Pacemaker and Syncope – Cardiac Pacemakers for Treatment of Vasovagal Syncope (Fainting)
Many people have pacemakers
that do not have Heart Block
. An alternative reason that a Cardiac Pacemaker
may be implanted is to combat the heart rate drop associated with a Cardioinhibitory form of Vasovagal Syncope (Fainting).
This is where a person can suffer a quick and sudden drop in heart rate and contractility (the force) of the heart beat and this causes a loss of consciousness.
To show how this works I am going to use Medtronic’s Rate Drop Response Algorithm that is available on these devices.
Rate Drop Response (RDR) is designed to provide backup pacing and prevent associated symptoms in patients who experience occasional episodes of significant drop in heart rate. Now many of you may be asking why or how this is different from a normal pacemaker program i.e. when a heart is going too slow the pacemaker kicks in and makes the heart beat at at least 60 bpm.
A very good question! To answer this you need to consider the patient. In this type of Syncope (fainting) the patient has not only had a sudden reduction of heart rate but also in the hearts efficiency at pumping blood. SO a heart rate of 60BPM is probably not going to be sufficient to stop them fainting and even if it did, the patient would still feel pretty unwell!
Rate Drop Response works in 2 Stages. Recognising that the patient is having an ‘episode’ and then by increasing the heart rate to around 100BPM for a couple of minutes. The increased heart rate of 100 BPM should be enough to compensate for the initial loss of blood flow (the pacemaker can not pick the drop in heart rate INSTANTLY) and also compensates for the hearts temporary inefficiency to pump blood.
Now the Techie Bit – Lets get our Geek On.
Rate Drop Response provides two methods for detecting significant rate drops: Drop Detection and Low Rate Detection. Both can be programmed on if necessary.
As shown in the example below, with Drop Detection, the device intervenes when the Ventricular rate drops by a specified number of beats per minute to below a specified heart rate within a specified period of time. These conditions are established by programming the Drop Size, Drop Rate, and Detection Window parameters, respectively.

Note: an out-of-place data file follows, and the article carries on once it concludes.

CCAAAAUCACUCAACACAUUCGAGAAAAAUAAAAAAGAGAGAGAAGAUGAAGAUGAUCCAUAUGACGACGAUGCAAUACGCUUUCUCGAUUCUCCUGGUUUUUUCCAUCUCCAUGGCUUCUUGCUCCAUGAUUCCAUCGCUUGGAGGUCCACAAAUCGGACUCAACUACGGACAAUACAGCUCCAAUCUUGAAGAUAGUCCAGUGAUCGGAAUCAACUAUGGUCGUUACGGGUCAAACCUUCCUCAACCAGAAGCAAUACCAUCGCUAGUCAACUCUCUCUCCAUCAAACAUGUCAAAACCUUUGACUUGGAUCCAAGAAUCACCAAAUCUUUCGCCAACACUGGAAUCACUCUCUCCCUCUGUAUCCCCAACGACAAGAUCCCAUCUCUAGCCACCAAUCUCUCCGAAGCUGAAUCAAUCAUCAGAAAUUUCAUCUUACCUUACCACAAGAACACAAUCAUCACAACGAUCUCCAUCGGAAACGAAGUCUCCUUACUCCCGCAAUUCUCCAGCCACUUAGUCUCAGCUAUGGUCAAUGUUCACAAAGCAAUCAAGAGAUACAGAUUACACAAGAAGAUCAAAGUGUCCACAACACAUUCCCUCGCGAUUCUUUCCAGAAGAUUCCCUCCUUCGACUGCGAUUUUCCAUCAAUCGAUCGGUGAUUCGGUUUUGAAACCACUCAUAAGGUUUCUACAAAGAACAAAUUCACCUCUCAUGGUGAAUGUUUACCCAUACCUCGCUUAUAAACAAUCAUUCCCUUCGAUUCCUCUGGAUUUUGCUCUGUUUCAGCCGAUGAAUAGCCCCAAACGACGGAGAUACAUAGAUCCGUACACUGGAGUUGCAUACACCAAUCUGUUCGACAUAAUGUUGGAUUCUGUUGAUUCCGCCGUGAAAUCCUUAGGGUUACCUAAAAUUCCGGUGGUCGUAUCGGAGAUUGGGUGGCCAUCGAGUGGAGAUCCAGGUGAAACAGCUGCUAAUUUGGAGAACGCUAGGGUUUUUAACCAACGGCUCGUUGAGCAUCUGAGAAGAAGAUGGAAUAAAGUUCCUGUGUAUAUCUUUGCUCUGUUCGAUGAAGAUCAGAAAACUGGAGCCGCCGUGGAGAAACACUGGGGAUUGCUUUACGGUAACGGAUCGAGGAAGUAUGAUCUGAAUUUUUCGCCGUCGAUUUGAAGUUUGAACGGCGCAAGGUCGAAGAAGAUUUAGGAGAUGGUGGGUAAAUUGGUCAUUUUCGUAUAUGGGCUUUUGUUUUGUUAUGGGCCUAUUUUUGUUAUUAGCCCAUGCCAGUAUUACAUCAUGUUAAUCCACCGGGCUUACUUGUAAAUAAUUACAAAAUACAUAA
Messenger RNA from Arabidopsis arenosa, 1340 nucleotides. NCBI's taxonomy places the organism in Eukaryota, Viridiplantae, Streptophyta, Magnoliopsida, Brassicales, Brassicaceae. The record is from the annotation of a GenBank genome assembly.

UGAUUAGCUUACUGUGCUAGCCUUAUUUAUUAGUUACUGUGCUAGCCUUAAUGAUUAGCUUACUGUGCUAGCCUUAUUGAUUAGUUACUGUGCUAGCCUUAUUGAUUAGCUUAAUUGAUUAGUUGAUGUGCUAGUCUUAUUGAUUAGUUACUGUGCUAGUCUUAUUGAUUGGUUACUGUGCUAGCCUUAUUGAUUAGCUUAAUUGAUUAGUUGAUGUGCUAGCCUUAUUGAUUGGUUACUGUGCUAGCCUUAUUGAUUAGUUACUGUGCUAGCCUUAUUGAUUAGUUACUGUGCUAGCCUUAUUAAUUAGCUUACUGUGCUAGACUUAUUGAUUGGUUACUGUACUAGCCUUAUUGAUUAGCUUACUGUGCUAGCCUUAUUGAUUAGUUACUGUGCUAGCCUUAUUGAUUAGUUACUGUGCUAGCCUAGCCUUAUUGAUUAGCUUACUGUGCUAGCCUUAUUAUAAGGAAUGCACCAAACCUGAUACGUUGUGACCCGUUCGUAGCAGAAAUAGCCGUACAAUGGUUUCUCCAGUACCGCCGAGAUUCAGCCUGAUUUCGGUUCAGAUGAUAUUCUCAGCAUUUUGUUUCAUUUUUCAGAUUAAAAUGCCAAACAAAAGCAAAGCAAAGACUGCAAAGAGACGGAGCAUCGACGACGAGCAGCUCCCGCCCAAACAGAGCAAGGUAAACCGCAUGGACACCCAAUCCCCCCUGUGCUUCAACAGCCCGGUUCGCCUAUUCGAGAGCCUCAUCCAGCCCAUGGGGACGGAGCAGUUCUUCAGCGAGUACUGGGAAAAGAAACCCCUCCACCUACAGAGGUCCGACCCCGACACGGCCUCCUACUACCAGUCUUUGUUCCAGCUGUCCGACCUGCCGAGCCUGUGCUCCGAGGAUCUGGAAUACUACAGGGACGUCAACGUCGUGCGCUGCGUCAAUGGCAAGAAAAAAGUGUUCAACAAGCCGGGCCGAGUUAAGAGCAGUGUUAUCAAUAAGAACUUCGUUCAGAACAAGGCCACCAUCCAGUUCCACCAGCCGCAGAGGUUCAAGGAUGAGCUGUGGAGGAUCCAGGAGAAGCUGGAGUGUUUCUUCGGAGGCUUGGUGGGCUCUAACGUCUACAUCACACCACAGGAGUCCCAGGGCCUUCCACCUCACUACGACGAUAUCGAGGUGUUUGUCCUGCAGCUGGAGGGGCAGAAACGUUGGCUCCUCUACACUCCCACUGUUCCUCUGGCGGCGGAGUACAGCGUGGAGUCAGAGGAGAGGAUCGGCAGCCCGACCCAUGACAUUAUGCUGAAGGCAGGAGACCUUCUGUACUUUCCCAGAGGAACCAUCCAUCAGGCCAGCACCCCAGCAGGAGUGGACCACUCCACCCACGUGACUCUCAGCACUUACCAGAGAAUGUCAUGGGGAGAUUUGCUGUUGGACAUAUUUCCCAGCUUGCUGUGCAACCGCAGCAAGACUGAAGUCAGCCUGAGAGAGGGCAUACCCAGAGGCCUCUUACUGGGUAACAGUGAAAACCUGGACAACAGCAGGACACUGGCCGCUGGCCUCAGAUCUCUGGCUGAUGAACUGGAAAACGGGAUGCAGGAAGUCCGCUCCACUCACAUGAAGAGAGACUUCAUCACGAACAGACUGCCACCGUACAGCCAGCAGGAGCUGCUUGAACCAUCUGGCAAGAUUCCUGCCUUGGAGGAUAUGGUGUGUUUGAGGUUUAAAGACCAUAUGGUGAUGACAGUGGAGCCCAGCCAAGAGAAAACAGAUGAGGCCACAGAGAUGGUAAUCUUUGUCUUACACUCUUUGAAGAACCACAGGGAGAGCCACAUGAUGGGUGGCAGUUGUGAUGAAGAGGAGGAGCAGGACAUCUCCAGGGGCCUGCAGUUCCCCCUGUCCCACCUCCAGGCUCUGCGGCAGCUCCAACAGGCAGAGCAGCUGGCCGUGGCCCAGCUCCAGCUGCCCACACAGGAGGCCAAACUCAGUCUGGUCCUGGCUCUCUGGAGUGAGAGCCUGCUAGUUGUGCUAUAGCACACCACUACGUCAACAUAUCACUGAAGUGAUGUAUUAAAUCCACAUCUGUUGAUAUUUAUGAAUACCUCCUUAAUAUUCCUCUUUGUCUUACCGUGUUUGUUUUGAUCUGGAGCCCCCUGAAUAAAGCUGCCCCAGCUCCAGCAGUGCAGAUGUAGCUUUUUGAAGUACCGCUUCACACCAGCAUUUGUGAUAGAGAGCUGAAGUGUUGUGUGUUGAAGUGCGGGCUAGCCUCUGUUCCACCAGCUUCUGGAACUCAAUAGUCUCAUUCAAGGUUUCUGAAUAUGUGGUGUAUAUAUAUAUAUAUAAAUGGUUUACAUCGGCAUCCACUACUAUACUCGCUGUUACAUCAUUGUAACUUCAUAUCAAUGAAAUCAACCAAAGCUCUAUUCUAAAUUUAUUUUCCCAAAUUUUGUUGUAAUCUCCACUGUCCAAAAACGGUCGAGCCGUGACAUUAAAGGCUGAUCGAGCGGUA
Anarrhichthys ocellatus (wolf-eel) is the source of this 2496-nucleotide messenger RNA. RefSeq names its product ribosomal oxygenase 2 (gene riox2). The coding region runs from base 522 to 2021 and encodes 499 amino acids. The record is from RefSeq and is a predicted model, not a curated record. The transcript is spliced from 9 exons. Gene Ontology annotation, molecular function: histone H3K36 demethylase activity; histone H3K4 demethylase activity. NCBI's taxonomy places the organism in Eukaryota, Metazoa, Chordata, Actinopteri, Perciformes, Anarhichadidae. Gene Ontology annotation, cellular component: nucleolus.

In PLAIN ENGLISH – The pacemaker is always watching the heart rate and if it drops by 25 BPM within a minute and that drop goes below 60 BPM then the pacemaker will kick in at 100BPM.
E.g. A patient s out running and then sits on the sofa, her heart rate drops from 130 BPM to 80 BPM within the first minute – this is fine as her heart rate is still above 60 BPM.
She then gets up to go and have a shower her heart rate drops from 80-45bpm within a minute window. This is not OK because it is a drop of OVER 25 BPM within a Minute and to a heart rate of BELOW 60BPM. The pacemaker will then pace the heart at 100 BPM for 2 Minutes and stop her fainting.
Low Rate Detection
As shown in the example below, with Low Rate Detection, the device intervenes when the atrium is paced at the Lower Rate for the number of consecutive beats specified by the Detection Beats parameter.
This means that no ‘DROP’ is required just a heart rate below 60 BPM for 3 consecutive beats. When this occurs the pacemaker will kick in.
Drop and Low Rate Detection On
When both detection methods are programmed, the device intervenes when either Drop Detection or Low Rate Detection criteria are met.
Intervention and Step Down
When a rate drop is detected, the device paces the heart at the programmed Intervention Rate for the programmed Intervention Duration. In the example I gave this was 100 BPM for 2 Minutes.
After the Intervention Duration is complete, the device reduces the pacing rate by 5 BPM steps every minute. This step-down process continues until the natural heart beat takes over again and the patients ‘episode’ has ended.
Programming considerations and restrictions:
If the device is just using the Low Rate Detection (3 Consecutive beats under 60 BPM) this may trigger inappropriately and frequently when the patients heart rate drops naturally at night. Therefor the sleep feature may be used to decrease the detection rate at night to below 50/45 BPM.
I hope this has cleared how pacemakers can treat Vasovagal Syncope (providing its the right type)
I have seen many examples of this treatment being completely successful!
NB This is for a specific type of Fainting, if you are syncopal/pre syncopal because of pauses or heart block then this programming is not needed.
Further explanation around these topics and more is available in the book Pacemakers Made Easy by Carl Robinson.
Thanks for Reading
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